Parents Ignore Underage Gambling Risks
24/02/2010, Online casinos

According to a study carried out by the researchers from McGill University and DECODE, an organization which examines youth issues, parents do not think underage gambling is a cause for their concern.

The study was made on 2,700 Canadian parents and it revealed that most of them do not completely understand the danger of the growing trend of teenage gambling.

“Canada is a world leader in researching and understanding gambling behaviors and this study looking at parents of teens is a global first. However, while there are some resources on youth gambling currently available for parents, and other resources being developed, this is still an emerging area," said Dr. Jeff Derevensky, Co-Director of the International Centre for Youth Gambling Problems and High-Risk Behaviors at McGill University.

Gambling has “become clearly normalized” lately. 18 million people – many of whom are youth – subscribe to the popular Texas Hold'Em poker application on Facebook, for example.

“Parents should be made more aware of the rapid growth of the underage gambling activities, including on social networking sites like Facebook”, says Eric Meerkamper, President of DECODE, the youth-focused strategy firm which collaborated on the study.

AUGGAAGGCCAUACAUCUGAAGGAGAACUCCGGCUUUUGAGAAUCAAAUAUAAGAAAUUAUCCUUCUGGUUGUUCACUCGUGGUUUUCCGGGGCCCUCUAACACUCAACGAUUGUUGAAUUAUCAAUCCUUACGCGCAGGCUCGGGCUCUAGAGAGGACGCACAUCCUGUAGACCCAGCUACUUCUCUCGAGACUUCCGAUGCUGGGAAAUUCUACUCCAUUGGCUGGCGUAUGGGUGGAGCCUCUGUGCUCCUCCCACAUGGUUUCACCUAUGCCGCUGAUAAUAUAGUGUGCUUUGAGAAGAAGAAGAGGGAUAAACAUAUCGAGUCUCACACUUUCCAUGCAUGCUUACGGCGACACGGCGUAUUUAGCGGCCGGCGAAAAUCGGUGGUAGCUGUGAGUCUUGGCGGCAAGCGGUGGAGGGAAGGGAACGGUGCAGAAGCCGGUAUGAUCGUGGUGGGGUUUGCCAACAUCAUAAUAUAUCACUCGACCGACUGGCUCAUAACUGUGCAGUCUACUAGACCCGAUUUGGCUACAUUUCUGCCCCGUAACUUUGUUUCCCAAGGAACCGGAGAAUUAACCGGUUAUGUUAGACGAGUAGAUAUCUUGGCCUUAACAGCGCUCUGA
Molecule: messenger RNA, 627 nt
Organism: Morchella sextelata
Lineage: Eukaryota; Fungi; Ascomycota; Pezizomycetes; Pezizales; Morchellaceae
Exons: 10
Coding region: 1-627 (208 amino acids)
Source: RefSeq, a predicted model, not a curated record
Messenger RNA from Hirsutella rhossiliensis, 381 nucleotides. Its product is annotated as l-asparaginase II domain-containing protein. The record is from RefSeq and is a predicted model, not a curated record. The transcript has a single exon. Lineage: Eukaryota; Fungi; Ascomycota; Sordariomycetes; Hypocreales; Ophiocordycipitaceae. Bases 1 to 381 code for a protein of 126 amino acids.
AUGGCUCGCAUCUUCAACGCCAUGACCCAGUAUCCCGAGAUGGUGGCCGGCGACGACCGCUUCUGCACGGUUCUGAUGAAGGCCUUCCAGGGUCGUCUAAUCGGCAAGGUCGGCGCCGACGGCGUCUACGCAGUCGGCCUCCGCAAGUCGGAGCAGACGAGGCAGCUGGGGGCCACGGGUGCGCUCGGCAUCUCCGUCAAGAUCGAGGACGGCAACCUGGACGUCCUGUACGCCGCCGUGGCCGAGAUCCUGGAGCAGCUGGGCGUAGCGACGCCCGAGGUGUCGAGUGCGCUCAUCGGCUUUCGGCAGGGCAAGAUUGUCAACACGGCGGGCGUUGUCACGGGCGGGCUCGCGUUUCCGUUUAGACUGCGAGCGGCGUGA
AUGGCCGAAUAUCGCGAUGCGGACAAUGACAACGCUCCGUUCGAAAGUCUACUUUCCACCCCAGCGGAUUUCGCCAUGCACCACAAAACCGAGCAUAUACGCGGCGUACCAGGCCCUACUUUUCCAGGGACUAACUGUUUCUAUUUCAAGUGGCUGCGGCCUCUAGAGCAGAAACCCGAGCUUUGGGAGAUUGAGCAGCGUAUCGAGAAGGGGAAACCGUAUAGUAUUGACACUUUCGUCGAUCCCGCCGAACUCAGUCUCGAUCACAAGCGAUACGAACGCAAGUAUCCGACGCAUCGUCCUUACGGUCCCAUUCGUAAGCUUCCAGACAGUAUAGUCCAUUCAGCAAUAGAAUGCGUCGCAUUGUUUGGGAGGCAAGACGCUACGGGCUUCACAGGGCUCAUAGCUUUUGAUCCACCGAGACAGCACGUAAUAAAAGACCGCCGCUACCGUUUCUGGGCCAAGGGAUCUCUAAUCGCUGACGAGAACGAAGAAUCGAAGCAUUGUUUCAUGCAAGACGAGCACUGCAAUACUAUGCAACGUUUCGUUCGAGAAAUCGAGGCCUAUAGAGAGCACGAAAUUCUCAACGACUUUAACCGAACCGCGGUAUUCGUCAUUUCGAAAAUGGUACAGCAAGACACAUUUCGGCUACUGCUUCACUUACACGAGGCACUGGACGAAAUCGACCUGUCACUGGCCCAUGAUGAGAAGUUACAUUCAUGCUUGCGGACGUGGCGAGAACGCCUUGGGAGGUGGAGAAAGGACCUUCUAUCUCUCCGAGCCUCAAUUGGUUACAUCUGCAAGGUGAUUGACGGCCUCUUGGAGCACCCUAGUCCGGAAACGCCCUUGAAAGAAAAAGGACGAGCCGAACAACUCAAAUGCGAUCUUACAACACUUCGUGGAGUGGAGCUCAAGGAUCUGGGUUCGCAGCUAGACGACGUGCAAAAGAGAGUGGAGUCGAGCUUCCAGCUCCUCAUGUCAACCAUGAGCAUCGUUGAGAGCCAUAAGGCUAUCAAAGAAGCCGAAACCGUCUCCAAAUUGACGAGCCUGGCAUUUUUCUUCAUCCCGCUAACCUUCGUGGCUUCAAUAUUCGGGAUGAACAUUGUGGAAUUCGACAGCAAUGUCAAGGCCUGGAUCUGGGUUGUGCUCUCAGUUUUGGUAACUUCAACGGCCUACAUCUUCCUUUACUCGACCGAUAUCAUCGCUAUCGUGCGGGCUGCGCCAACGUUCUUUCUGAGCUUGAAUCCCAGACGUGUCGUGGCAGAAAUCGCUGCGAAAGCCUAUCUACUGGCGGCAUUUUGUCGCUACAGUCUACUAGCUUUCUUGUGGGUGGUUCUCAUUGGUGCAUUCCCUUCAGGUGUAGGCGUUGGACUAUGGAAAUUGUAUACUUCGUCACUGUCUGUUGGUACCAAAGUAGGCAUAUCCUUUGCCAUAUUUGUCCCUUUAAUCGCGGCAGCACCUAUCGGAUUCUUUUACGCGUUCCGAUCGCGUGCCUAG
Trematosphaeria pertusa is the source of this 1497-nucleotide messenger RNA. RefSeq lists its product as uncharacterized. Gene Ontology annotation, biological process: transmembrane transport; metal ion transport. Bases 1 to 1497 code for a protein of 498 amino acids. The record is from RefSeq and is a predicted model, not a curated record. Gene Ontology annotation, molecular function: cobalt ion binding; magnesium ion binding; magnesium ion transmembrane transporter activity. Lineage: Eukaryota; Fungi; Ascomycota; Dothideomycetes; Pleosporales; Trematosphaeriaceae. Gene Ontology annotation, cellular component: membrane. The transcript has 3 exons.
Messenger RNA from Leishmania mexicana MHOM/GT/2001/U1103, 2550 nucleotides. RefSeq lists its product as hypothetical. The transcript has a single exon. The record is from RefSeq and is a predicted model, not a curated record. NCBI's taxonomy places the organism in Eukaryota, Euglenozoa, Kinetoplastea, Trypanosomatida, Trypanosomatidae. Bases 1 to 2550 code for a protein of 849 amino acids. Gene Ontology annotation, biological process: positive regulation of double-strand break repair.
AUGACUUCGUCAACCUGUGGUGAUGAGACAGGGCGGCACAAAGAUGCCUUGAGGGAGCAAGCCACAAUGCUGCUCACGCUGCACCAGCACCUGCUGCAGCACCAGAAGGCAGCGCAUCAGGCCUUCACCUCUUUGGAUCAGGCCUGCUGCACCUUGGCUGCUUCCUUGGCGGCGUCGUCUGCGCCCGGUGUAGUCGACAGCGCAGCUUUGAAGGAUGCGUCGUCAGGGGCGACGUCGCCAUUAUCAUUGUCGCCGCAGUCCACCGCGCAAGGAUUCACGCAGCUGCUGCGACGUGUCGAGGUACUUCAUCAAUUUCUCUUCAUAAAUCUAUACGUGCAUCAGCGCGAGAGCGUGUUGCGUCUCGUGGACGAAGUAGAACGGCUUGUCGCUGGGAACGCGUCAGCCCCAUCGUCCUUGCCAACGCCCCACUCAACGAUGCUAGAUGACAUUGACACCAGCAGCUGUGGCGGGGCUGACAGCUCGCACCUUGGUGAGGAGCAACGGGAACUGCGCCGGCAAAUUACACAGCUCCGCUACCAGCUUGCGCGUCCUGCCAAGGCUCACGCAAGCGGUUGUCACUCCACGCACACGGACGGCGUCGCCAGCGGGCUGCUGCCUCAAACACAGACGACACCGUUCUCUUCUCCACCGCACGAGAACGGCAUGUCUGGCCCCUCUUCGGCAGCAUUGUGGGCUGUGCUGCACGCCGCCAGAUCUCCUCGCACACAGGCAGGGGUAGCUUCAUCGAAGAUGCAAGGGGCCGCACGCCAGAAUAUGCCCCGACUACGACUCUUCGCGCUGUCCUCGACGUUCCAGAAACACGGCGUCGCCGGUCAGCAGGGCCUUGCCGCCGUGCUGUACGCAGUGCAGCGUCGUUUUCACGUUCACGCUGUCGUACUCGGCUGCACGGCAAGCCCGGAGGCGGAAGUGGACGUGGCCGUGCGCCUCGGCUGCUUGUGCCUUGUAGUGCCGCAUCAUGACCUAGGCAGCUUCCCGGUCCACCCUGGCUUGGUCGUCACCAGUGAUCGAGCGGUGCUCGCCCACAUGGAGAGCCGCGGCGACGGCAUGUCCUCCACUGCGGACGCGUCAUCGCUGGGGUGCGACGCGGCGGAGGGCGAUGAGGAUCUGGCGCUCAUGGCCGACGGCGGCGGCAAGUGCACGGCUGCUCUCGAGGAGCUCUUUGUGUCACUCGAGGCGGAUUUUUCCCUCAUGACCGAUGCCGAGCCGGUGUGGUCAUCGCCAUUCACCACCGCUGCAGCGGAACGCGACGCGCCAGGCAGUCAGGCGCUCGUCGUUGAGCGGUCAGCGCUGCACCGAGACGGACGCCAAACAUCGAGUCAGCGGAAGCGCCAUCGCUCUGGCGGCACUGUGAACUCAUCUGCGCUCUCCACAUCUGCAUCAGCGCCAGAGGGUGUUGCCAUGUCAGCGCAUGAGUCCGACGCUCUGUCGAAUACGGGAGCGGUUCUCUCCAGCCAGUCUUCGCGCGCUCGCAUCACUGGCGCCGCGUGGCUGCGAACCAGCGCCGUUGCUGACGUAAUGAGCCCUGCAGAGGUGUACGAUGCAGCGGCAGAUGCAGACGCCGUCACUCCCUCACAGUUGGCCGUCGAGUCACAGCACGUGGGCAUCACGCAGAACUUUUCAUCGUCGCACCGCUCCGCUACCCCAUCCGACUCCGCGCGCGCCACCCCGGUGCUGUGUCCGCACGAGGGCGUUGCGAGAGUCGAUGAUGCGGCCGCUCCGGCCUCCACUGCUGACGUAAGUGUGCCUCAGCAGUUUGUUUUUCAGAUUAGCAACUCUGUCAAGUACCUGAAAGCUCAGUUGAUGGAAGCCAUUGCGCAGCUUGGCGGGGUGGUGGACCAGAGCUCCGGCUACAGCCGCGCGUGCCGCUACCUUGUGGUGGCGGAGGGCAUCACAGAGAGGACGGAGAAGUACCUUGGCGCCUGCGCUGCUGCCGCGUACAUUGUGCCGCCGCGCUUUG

“Encouraging parents to speak with their children about gambling is particularly important since unregulated online opportunities for youth gambling are growing at a phenomenal rate,” he added.

The researchers found gambling was placed well behind drug use (87 per cent), alcohol (82 per cent), sex (81 per cent), as well as obesity (66 per cent), negative body image (64 per cent) or excessive video game playing (64 per cent).

“Gambling for youth, as a social issue, doesn't really sit on the parents' radar," said Eric Meerkamper, DECODE's president, in a teleconference.

Dr. Jeff Derevensky said that four percent of adolescents are serious problem gamblers, but the consequences often remain undetected because teenagers cannot lose their houses, as they still live with their parents, they cannot lose their wives or husbands, because they are not married yet, etc.
But the implications can be disastrous for their future.

Most of the kids are familiar with gambling. The study's respondents declared they have bought lottery tickets for their underage children as gifts at least once.
However, 95 percent of parents think they are responsible for the prevention of underage gambling and they said they would be able to have productive discussions about the subject with their children.

Some of the signs which can betray underage gambling problems include:
* Showing off or hiding large sums of money;
* Borrowing money from friends and family members;
* Unexplained spending;
* Mood swings;
* Secretiveness;
* Lying;
* Increasing amounts of time spent in gambling-related activities.

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